# Chi-square test

Pearson Chi-square test is a non-parametric test for a difference in proportions between two or more independent samples. It can also be used to test if the two categorical variables are associated.

The requirements of the test are:

- Two or more independent samples measured on a nominal or ordinal scale.
*or*

Two variables measured on a nominal or ordinal scale. - No more than 20% of the expected counts in the contingency table are < 5.

## Arranging the dataset

Data in existing Excel worksheets can be used and should be arranged in a List dataset layout or Table dataset layout containing two nominal or ordinal scale variables. If only a summary of the number of subjects for each combination of groups is available (contingency table) then a 2-way table dataset containing counts can be used.

When entering new data we recommend using New Dataset to create a new **2 variables (categorical)** dataset or **R x C contingency table** ready for data entry.

**Using the test**

To start the test:

- Excel 2007:

Select any cell in the range containing the dataset to analyse, then click**Compare Groups**on the**Analyse-it**tab, then click**Pearson Chi-square** - Click
**Factor A**and**Factor B**and select the variables to compare. - Click
**OK**to run the test.

Excel 97, 2000, 2002 & 2003:

Select any cell in the range containing the dataset to analyse, then click **Analyse **on the **Analyse-it **toolbar, click **Compare Groups** then click **Pearson Chi-square**.

The report shows the number of observations analysed, and, if applicable, how many missing values were excluded.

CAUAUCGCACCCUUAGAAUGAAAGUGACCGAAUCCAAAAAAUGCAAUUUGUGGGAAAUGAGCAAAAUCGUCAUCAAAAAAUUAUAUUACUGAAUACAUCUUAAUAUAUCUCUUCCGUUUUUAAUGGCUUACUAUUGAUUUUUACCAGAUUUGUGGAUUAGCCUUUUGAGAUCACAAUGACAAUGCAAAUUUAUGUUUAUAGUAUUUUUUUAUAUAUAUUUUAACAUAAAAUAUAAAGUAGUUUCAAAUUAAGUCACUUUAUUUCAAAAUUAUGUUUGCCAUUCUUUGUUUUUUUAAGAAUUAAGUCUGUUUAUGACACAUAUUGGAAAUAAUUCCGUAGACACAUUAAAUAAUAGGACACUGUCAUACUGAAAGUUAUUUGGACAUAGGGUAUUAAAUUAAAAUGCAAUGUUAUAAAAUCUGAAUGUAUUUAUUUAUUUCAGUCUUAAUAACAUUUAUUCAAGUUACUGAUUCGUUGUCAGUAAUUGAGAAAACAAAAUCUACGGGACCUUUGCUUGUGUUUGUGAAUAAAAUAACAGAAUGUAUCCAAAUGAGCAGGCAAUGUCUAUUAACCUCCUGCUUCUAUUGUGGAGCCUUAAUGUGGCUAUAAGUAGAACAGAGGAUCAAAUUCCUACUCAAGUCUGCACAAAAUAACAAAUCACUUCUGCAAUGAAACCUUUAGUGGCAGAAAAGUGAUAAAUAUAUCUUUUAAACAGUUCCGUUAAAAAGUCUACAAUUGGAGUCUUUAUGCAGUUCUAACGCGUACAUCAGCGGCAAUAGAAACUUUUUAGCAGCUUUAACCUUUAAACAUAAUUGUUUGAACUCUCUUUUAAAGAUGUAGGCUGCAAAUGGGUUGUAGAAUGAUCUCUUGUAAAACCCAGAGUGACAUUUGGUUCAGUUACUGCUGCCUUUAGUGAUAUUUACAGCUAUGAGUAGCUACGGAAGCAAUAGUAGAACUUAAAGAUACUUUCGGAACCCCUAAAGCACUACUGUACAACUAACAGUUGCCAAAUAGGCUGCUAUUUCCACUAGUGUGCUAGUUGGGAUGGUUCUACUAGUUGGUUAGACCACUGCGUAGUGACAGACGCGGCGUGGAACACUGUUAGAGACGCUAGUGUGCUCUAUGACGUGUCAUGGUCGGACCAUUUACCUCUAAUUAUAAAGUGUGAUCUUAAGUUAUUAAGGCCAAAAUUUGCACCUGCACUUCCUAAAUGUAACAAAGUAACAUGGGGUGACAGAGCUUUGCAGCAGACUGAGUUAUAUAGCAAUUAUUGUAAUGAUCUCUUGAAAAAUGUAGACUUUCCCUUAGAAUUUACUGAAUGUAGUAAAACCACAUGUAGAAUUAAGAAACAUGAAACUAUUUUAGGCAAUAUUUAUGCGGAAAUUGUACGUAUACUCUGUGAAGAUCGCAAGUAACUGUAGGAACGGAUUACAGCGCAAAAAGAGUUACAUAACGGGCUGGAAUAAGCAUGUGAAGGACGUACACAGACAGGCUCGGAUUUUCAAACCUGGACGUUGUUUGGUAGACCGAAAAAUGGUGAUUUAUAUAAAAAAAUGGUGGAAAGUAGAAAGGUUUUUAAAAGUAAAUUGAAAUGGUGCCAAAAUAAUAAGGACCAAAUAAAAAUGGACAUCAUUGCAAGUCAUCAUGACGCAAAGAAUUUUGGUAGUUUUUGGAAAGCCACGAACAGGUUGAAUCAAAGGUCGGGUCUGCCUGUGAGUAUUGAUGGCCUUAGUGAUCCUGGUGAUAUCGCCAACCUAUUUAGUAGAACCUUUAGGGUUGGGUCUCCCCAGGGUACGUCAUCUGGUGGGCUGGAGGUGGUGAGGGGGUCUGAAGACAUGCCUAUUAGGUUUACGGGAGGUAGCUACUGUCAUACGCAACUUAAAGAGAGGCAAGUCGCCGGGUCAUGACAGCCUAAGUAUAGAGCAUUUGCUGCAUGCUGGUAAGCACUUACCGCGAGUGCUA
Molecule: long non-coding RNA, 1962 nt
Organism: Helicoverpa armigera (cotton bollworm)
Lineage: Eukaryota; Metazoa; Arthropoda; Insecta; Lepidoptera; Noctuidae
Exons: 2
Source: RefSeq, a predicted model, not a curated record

The number of observations cross-classified by the two factors is shown as a contingency table. Beneath each count, in brackets, is the expected count. No more than 20% of the expected cell counts should be < 5 otherwise groups should be combined to increase the expected counts.

The Pearson *X²* statistic and hypothesis test are shown. The *p*-value is the probability of rejecting the null hypothesis, that the samples have the different proportions or that the samples are independent, when it is in fact true. A significant p-value implies that at least two samples have different proportions or there is an association between the variables.

** METHOD ** Yates' correction for continuity is **not** applied when the contingency table is 2 x 2 (see [2] page 195).

## Further reading & references

- Handbook of Parametric and Nonparametric Statistical Procedures (3rd edition)

David J. Sheskin, ISBN 1-58488-440-1 2003; 219. - Practical Non-parametric Statistics (3rd edition)

Conover W.J. ISBN 0-471-16068-7 1999; 180-215.

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